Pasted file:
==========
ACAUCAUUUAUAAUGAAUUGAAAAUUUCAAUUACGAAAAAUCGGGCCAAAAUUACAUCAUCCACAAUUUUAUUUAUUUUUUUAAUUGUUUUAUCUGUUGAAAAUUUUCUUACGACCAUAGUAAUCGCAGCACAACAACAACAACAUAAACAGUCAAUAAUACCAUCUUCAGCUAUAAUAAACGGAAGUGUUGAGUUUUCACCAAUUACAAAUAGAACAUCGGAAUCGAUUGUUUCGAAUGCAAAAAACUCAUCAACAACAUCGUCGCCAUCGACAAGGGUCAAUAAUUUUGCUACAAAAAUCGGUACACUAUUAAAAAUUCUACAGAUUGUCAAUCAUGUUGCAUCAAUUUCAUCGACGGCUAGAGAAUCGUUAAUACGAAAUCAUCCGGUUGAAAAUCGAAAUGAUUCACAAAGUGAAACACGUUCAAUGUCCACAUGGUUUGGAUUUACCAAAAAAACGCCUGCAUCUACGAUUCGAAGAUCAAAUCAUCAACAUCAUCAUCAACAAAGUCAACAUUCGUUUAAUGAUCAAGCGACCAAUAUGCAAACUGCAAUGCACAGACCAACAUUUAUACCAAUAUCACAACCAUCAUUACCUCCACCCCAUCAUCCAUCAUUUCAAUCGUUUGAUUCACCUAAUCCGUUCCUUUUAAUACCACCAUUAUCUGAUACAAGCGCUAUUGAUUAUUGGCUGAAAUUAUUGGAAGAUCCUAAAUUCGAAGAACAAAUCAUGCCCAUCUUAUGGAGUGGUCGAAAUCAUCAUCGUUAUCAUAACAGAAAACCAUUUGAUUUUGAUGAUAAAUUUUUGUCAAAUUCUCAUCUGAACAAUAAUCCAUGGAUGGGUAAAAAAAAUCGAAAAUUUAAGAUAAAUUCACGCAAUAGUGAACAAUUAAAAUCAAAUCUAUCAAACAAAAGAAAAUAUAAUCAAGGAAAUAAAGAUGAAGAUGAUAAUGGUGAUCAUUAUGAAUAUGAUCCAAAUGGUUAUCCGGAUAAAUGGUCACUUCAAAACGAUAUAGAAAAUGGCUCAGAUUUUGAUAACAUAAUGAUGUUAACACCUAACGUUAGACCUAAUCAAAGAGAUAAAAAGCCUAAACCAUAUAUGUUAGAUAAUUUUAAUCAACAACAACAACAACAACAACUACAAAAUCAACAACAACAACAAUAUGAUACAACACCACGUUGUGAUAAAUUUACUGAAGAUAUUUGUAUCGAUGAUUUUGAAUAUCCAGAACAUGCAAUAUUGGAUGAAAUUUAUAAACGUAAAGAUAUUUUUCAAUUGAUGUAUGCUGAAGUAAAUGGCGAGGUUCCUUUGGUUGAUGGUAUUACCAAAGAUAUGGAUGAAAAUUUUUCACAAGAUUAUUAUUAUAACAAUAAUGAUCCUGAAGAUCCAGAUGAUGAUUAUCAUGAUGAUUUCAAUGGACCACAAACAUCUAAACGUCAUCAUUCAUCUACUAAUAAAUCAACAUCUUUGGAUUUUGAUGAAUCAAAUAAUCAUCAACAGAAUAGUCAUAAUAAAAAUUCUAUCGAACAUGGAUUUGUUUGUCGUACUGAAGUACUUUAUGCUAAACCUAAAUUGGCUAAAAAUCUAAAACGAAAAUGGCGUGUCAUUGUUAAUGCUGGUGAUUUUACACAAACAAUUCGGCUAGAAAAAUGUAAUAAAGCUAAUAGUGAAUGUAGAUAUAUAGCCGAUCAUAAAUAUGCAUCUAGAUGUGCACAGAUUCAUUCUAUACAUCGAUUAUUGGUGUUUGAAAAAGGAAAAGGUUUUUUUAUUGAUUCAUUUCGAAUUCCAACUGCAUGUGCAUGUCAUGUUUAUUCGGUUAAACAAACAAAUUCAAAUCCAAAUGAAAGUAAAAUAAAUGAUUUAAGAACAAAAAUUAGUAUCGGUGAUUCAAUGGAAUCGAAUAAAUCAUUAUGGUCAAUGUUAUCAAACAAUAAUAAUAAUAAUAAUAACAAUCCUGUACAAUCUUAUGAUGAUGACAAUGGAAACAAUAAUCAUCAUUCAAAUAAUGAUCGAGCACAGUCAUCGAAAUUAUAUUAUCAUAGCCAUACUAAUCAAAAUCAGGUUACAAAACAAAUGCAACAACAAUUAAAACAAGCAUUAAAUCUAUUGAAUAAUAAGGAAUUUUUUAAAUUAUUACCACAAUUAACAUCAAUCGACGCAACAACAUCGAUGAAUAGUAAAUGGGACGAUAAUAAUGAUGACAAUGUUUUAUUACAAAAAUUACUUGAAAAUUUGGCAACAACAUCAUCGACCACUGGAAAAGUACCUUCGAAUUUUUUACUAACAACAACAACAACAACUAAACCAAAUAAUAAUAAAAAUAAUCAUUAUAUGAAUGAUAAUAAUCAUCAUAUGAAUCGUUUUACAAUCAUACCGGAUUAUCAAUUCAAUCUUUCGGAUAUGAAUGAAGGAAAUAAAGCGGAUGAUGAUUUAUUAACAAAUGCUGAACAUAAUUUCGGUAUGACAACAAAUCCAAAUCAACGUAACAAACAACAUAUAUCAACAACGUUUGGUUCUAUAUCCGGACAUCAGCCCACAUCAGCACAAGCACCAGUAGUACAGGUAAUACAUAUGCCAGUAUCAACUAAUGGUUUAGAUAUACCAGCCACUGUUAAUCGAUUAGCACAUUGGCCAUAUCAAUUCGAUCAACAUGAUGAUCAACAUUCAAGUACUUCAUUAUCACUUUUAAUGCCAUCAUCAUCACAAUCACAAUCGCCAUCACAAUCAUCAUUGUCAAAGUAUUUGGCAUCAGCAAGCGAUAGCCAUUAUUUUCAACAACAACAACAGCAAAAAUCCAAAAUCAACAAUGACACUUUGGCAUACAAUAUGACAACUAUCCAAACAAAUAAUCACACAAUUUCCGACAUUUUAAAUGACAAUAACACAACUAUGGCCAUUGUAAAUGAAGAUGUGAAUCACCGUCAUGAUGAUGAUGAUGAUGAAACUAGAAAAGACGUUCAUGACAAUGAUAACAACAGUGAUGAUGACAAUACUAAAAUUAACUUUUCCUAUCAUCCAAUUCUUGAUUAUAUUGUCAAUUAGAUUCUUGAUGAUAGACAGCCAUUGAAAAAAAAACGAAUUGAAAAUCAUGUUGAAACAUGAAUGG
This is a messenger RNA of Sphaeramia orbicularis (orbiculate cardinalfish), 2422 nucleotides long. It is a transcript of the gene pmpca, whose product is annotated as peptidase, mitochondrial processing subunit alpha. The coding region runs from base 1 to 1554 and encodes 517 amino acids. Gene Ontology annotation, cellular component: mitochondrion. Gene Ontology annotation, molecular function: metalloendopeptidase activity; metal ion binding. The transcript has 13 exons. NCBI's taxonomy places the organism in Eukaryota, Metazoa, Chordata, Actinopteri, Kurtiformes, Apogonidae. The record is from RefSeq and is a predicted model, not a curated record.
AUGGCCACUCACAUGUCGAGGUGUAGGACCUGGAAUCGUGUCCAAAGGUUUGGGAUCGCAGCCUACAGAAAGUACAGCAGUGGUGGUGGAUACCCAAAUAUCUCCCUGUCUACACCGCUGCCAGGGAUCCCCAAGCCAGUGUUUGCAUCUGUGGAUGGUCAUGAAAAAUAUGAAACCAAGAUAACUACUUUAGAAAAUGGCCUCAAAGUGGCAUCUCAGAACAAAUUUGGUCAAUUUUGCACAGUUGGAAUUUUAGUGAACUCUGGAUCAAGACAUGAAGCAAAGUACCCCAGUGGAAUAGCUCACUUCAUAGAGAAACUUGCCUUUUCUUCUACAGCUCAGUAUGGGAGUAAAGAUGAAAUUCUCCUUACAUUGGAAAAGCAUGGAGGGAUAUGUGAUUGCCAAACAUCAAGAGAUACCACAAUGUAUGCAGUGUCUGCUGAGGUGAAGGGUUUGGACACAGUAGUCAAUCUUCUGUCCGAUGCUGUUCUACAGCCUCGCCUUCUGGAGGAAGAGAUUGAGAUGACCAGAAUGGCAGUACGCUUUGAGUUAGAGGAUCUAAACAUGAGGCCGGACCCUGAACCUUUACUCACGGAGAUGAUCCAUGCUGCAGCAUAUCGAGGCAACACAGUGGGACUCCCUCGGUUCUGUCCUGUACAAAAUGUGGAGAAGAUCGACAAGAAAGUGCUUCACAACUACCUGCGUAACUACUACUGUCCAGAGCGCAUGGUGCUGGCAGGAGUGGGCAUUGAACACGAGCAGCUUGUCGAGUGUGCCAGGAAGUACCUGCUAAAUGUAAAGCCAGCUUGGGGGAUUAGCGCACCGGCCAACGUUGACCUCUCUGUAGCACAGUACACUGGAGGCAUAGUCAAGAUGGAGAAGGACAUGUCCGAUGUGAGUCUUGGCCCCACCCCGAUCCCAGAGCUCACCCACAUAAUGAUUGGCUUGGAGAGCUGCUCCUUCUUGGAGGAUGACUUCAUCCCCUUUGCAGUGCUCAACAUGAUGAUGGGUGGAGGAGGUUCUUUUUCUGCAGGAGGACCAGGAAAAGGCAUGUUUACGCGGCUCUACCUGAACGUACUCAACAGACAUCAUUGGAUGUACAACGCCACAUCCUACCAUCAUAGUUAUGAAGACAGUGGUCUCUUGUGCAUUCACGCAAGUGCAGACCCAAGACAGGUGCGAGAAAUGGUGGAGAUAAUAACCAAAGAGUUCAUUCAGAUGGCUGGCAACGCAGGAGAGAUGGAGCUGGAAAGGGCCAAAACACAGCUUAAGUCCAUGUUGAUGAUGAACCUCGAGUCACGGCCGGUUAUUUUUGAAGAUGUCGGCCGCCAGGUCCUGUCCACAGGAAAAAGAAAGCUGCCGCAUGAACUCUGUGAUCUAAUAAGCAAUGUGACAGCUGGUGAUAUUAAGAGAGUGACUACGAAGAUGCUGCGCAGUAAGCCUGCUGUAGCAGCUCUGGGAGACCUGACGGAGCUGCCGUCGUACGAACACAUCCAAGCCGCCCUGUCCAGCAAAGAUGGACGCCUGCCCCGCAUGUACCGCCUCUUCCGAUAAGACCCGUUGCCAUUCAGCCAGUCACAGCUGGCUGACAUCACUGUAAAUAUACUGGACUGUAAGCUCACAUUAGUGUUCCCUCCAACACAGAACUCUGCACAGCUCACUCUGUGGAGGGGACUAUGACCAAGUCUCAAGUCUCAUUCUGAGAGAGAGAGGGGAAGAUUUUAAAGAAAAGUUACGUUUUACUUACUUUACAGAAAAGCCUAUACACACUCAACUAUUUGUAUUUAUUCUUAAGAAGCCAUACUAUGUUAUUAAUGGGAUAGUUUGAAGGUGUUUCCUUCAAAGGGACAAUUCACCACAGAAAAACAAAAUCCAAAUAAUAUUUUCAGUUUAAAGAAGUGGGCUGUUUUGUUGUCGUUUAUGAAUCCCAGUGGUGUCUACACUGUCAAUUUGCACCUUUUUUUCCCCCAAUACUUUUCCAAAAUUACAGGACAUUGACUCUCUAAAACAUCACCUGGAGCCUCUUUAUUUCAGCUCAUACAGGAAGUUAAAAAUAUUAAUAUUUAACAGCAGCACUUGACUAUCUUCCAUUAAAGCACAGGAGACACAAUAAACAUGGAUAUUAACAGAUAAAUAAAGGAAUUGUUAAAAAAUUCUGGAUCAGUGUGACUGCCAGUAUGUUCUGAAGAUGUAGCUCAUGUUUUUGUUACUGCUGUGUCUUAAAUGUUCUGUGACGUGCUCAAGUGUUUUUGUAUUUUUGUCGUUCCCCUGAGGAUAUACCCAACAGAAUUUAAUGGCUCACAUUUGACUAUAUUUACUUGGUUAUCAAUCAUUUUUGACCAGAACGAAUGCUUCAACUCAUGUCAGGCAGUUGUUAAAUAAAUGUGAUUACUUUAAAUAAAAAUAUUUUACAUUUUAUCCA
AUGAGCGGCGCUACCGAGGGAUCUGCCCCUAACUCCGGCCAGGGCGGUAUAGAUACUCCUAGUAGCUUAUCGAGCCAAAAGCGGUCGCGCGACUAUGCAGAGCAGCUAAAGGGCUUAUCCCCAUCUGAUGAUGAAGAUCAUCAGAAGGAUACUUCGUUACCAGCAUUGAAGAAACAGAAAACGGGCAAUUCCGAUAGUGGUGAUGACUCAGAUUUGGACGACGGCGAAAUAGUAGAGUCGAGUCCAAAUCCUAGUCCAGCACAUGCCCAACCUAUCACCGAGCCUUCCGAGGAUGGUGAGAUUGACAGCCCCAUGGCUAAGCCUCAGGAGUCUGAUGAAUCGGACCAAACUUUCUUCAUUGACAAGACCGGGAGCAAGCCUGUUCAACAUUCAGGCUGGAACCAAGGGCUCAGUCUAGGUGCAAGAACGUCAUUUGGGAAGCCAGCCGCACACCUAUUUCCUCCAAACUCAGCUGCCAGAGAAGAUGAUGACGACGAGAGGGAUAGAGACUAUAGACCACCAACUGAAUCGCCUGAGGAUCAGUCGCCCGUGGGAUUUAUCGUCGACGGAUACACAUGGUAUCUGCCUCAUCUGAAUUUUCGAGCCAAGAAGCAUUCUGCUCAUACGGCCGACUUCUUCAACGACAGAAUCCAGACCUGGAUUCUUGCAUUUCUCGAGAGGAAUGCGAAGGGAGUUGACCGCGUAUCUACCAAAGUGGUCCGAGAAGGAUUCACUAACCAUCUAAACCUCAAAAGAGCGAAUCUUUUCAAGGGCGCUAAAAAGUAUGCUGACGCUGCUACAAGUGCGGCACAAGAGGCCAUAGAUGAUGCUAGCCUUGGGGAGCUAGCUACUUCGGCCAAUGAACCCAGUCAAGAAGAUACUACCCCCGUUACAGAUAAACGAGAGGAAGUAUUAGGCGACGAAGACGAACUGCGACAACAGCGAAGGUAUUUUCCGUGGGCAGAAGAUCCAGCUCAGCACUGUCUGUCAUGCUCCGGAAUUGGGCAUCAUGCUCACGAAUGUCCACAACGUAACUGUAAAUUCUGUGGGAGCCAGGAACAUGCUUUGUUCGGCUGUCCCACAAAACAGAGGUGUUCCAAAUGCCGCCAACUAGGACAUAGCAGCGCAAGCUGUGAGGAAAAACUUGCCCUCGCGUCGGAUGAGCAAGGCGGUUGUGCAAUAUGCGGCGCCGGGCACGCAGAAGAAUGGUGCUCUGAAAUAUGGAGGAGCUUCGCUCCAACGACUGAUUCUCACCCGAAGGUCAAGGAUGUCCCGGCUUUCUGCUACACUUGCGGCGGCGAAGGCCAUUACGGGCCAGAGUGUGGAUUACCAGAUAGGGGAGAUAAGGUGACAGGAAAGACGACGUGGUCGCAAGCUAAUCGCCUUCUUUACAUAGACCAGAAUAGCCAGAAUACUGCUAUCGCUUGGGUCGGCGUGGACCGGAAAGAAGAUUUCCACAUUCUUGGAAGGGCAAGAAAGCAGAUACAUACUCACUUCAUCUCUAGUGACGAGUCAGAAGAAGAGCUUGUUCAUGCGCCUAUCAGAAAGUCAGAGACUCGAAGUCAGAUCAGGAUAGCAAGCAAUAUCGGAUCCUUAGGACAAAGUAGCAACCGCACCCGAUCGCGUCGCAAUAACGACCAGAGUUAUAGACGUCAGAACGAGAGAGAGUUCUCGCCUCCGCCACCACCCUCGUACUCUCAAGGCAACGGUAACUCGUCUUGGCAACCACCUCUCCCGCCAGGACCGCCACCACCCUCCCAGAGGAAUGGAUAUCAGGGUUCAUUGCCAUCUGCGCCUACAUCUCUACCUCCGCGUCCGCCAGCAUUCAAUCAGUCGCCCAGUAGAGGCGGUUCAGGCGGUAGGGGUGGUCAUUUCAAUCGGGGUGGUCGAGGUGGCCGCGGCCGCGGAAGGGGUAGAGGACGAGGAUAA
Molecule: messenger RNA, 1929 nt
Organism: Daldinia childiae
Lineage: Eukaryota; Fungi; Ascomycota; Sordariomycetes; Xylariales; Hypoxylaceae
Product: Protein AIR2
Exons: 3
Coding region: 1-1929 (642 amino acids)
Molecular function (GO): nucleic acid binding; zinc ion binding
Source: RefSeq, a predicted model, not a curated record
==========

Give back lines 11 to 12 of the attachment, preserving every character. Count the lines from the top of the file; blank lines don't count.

Molecular function (GO): nucleic acid binding; zinc ion binding
Source: RefSeq, a predicted model, not a curated record